I recently wrote a blog about the U.S. Department of Education’s (USED) announcement that the offices at USED that handle special education issues had identified for rescission 72 special education regulations and guidance documents. I included information about the immediate outcry from special education advocates and political adversaries of Betsy DeVos, the U.S. Secretary of Education, and how that resulted in the list of documents that were rescinded being reposted to the USED website, this time with an explanation for why each document was selected for removal. Following on the heals of the rescission of the special education documents comes the announcement of the rescission of nearly 500 more documents from other USED offices, including the Office of Elementary and Secondary Education (OESE) and the Office of Postsecondary Education (OPE).
There were 97 documents identified under OESE and 398 documents identified under OPE. A full list of documents from all offices is available here. There were three main reasons for the rescissions outlined in the reposted list of special education documents. They included:
- The document is unnecessary, usually due to the content of the document referencing programs or policies that are no longer in existence;
- The document is outdated, usually due to changes in the law, regulations, or reporting requirements; and
- The document has been superseded by another guidance or regulatory document and is therefore no longer in effect.
The announcement on USED’s website call these new documents identified for rescission ‘out-of-date’ and indicate that the documents have either been:
- Superseded by current law, or
- Are no longer in effect.
The original executive order requiring each federal agency to establish a Regulatory Reform Task Force to evaluate existing regulations and make recommendations regarding their repeal, replacement, or modification included the wording that required the identification of “regulations that (i) eliminate jobs or inhibit job creation; (ii) are outdated, unnecessary, or ineffective; (iii) impose costs that exceed benefits; (iv) create a serious inconsistency or otherwise interfere with regulatory reform initiatives and policies; (v) are inconsistent with the requirements of section 515 of the Treasury and General Government Appropriations Act, 2001 or its guidance; or (vi) derive from or implement Executive Orders or other Presidential directives that have been subsequently rescinded or substantially modified.” From a review of documents identified for rescission, it appears that all of the documents were identified in only one category (the bold and underlined category).
As I mentioned in the previous blog, we have seen little to no new regulations coming out of USED since Trump took office. I also mentioned that this may be in part due to one of Trump’s Executive Orders (see Executive Order 13771) which requires that for “every one new regulation issued, at least two prior regulations be identified for elimination”. Thus, eliminating guidance and regulations that are outdated, unnecessary, or have been superseded is akin to picking low hanging fruit that could potentially open the door for the USED to produce new guidance and regulations.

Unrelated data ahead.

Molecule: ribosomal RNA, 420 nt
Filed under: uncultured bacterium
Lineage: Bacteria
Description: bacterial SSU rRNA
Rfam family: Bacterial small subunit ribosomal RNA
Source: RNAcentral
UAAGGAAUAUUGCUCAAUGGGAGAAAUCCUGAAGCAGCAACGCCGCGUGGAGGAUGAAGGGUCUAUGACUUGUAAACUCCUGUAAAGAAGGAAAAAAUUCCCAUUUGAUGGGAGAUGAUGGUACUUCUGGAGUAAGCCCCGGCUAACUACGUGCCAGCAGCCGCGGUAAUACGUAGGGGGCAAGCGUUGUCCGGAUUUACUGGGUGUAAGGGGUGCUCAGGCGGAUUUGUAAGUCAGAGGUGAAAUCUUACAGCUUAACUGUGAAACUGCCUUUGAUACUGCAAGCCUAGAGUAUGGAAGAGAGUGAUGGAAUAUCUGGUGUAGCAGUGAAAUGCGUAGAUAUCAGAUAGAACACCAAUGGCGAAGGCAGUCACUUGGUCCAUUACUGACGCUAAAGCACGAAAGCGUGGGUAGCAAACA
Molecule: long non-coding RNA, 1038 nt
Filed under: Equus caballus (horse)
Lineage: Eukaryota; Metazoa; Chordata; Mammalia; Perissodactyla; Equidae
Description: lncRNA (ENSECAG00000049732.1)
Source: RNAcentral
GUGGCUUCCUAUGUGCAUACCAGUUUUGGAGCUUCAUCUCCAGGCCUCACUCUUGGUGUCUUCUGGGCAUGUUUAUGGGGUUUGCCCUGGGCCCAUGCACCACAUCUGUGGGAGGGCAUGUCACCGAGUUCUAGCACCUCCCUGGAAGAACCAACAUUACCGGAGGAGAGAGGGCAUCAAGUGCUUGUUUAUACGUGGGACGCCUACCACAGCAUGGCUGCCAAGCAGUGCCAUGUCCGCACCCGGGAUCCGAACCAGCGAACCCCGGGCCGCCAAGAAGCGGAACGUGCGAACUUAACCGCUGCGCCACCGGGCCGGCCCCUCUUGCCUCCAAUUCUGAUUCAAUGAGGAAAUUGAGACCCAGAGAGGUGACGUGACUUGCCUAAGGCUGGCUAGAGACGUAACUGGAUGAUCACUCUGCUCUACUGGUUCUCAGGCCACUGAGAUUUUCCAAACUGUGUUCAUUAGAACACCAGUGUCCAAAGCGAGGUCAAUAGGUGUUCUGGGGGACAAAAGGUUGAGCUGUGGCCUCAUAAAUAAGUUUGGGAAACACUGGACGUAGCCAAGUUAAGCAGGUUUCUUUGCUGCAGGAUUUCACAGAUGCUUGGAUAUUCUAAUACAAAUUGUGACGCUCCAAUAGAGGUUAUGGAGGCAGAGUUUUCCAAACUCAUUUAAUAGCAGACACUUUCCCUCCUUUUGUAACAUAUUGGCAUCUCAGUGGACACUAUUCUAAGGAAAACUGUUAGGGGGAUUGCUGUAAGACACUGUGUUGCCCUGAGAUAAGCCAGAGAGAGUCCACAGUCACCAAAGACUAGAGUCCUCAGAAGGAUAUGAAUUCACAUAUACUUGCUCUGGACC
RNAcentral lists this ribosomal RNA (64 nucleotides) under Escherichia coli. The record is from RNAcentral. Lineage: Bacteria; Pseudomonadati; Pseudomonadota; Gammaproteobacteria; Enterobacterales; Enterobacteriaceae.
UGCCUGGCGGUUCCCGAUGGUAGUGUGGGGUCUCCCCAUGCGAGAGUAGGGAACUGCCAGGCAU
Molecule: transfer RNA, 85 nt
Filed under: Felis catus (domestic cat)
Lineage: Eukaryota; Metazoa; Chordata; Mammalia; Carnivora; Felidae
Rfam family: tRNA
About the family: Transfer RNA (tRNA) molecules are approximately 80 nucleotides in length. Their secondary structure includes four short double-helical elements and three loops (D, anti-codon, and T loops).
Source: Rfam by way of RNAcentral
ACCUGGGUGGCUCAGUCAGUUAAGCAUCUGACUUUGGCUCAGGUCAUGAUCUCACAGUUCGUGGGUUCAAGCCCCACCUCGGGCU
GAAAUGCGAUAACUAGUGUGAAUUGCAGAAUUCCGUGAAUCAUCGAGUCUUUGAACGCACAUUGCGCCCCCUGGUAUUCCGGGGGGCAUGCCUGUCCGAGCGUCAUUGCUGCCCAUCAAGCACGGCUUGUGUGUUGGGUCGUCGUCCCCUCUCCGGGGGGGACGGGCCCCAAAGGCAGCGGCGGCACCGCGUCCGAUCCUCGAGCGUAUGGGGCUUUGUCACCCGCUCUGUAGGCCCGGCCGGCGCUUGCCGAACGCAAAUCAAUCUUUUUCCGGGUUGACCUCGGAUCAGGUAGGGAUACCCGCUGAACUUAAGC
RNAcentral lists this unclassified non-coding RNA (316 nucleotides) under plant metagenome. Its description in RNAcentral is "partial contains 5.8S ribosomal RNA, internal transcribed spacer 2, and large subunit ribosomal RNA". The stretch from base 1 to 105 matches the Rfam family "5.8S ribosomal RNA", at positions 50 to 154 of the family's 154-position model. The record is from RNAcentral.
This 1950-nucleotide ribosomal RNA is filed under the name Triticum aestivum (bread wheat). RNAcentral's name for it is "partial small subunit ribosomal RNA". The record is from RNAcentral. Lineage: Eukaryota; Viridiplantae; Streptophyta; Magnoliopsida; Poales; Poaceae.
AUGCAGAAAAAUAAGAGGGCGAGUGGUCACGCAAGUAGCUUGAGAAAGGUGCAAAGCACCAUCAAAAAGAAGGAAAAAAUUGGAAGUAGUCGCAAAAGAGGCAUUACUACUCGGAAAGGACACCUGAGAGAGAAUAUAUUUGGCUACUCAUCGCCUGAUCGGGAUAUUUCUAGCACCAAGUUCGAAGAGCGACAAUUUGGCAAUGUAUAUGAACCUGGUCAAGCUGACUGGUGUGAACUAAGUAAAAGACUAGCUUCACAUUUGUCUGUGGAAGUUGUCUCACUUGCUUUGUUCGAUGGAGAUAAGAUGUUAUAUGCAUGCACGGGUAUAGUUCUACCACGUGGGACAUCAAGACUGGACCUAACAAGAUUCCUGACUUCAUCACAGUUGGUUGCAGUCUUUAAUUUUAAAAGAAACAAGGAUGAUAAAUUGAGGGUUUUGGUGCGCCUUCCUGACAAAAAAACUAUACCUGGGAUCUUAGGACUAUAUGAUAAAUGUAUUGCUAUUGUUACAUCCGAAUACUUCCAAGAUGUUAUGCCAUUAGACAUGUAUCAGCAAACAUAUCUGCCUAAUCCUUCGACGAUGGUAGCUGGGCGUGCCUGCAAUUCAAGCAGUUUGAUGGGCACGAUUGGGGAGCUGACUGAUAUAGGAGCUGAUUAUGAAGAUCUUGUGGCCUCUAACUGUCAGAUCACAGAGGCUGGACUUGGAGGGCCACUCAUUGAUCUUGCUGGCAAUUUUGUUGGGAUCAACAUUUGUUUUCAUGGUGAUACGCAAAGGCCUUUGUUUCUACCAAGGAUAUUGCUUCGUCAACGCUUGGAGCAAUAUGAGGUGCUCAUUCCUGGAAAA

The USED website announcement indicates that removing the out-of-date documents “will make it easier for schools, educators, parents and the public to understand what guidance is still in effect.” As with the special education documents identified for rescission, it does not appear that rescinding these documents will result in any significant impact on the implementation of education laws or programs (but it does raise at least one concern for me, read on).
Is it too soon to rescind some of these documents?
When I was working as a State Education Agency (SEA) director overseeing the NCLB era Title I, Section 1003(g) School Improvement Grants (SIG) I had a question about a specific and somewhat unique issue regarding the implementation of SIG grants in my state. When I could not find the answer to my question in any of the legislation or guidance specifically related to SIG, I raised the issue with USED staff. It turned out that my question was actually addressed in guidance issued for Focus and Priority Schools, categories of school improvement under the ESEA Flexibility Waivers that were granted to the majority of states (but not my state) to alleviate the burdens of an outdated NCLB accountability system. So, the answer to my question regarding school improvement in one ESEA program was actually found in ESEA Flexibility guidance for school in improvement under those provisions.
When I examined the list of documents being rescinded, both SIG and ESEA Flexibility documents are identified for elimination because these programs are no longer in effect. However, under ESSA we will now have schools identified for school improvement as Comprehensive and Target Support and Improvement schools. Rescinding the SIG and ESEA Flexibility guidance related to schools in some type of improvement status raises concerns for me because questions that will arise regarding schools identified for Comprehensive or Targeted Support and Improvement during the 2018-2019 school year might be answered in those documents being eliminated, but those answers will no longer be available.
There are many other documents identified for rescission in a number of different areas. Since we are very early in the implementation of ESSA, I believe it is too soon to rescind some of these documents, especially the documents for programs that are no longer in effect but for which newer, similar programs are included in ESSA.
TransACT will continue to monitor these types of guidance and regulatory actions at the federal level. If you have any questions, or for more information about TransACT’s Parent Notices and other products, please contact us at 425.977.2100, Option 3 or email at email@example.com.